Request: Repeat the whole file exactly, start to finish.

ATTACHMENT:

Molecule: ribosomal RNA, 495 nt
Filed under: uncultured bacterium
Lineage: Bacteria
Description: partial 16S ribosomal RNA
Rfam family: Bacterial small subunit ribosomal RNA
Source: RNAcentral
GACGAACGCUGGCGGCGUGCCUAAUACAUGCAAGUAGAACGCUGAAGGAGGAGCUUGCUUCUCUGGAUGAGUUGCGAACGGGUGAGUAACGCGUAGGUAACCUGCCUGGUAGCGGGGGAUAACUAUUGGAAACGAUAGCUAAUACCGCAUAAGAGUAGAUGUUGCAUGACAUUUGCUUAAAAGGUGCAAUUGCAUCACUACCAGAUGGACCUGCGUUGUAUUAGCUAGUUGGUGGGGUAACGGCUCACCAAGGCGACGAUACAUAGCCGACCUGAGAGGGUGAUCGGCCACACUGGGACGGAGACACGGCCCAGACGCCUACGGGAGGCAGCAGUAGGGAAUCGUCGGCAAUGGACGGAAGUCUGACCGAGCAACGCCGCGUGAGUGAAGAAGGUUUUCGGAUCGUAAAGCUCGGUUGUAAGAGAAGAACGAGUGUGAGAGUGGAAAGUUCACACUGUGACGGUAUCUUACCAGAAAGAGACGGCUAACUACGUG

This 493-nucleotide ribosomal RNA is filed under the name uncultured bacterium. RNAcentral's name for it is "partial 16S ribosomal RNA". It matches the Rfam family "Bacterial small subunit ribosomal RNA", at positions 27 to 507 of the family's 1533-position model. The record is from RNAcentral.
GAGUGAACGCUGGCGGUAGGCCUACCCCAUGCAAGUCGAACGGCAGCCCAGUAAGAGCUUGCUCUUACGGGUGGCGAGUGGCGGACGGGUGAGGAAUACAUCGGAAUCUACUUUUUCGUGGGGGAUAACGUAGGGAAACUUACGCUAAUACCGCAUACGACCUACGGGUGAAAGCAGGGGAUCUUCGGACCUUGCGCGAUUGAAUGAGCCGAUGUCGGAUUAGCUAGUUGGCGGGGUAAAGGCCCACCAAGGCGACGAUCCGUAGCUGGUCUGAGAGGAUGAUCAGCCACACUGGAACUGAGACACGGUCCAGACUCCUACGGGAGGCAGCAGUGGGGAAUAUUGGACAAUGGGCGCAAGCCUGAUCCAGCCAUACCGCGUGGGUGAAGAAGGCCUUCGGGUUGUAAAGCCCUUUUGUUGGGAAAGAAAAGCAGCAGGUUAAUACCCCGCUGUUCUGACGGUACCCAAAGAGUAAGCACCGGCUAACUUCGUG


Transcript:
Molecule: ribosomal RNA, 495 nt
Filed under: uncultured bacterium
Lineage: Bacteria
Description: partial 16S ribosomal RNA
Rfam family: Bacterial small subunit ribosomal RNA
Source: RNAcentral
GACGAACGCUGGCGGCGUGCCUAAUACAUGCAAGUAGAACGCUGAAGGAGGAGCUUGCUUCUCUGGAUGAGUUGCGAACGGGUGAGUAACGCGUAGGUAACCUGCCUGGUAGCGGGGGAUAACUAUUGGAAACGAUAGCUAAUACCGCAUAAGAGUAGAUGUUGCAUGACAUUUGCUUAAAAGGUGCAAUUGCAUCACUACCAGAUGGACCUGCGUUGUAUUAGCUAGUUGGUGGGGUAACGGCUCACCAAGGCGACGAUACAUAGCCGACCUGAGAGGGUGAUCGGCCACACUGGGACGGAGACACGGCCCAGACGCCUACGGGAGGCAGCAGUAGGGAAUCGUCGGCAAUGGACGGAAGUCUGACCGAGCAACGCCGCGUGAGUGAAGAAGGUUUUCGGAUCGUAAAGCUCGGUUGUAAGAGAAGAACGAGUGUGAGAGUGGAAAGUUCACACUGUGACGGUAUCUUACCAGAAAGAGACGGCUAACUACGUG

This 493-nucleotide ribosomal RNA is filed under the name uncultured bacterium. RNAcentral's name for it is "partial 16S ribosomal RNA". It matches the Rfam family "Bacterial small subunit ribosomal RNA", at positions 27 to 507 of the family's 1533-position model. The record is from RNAcentral.
GAGUGAACGCUGGCGGUAGGCCUACCCCAUGCAAGUCGAACGGCAGCCCAGUAAGAGCUUGCUCUUACGGGUGGCGAGUGGCGGACGGGUGAGGAAUACAUCGGAAUCUACUUUUUCGUGGGGGAUAACGUAGGGAAACUUACGCUAAUACCGCAUACGACCUACGGGUGAAAGCAGGGGAUCUUCGGACCUUGCGCGAUUGAAUGAGCCGAUGUCGGAUUAGCUAGUUGGCGGGGUAAAGGCCCACCAAGGCGACGAUCCGUAGCUGGUCUGAGAGGAUGAUCAGCCACACUGGAACUGAGACACGGUCCAGACUCCUACGGGAGGCAGCAGUGGGGAAUAUUGGACAAUGGGCGCAAGCCUGAUCCAGCCAUACCGCGUGGGUGAAGAAGGCCUUCGGGUUGUAAAGCCCUUUUGUUGGGAAAGAAAAGCAGCAGGUUAAUACCCCGCUGUUCUGACGGUACCCAAAGAGUAAGCACCGGCUAACUUCGUG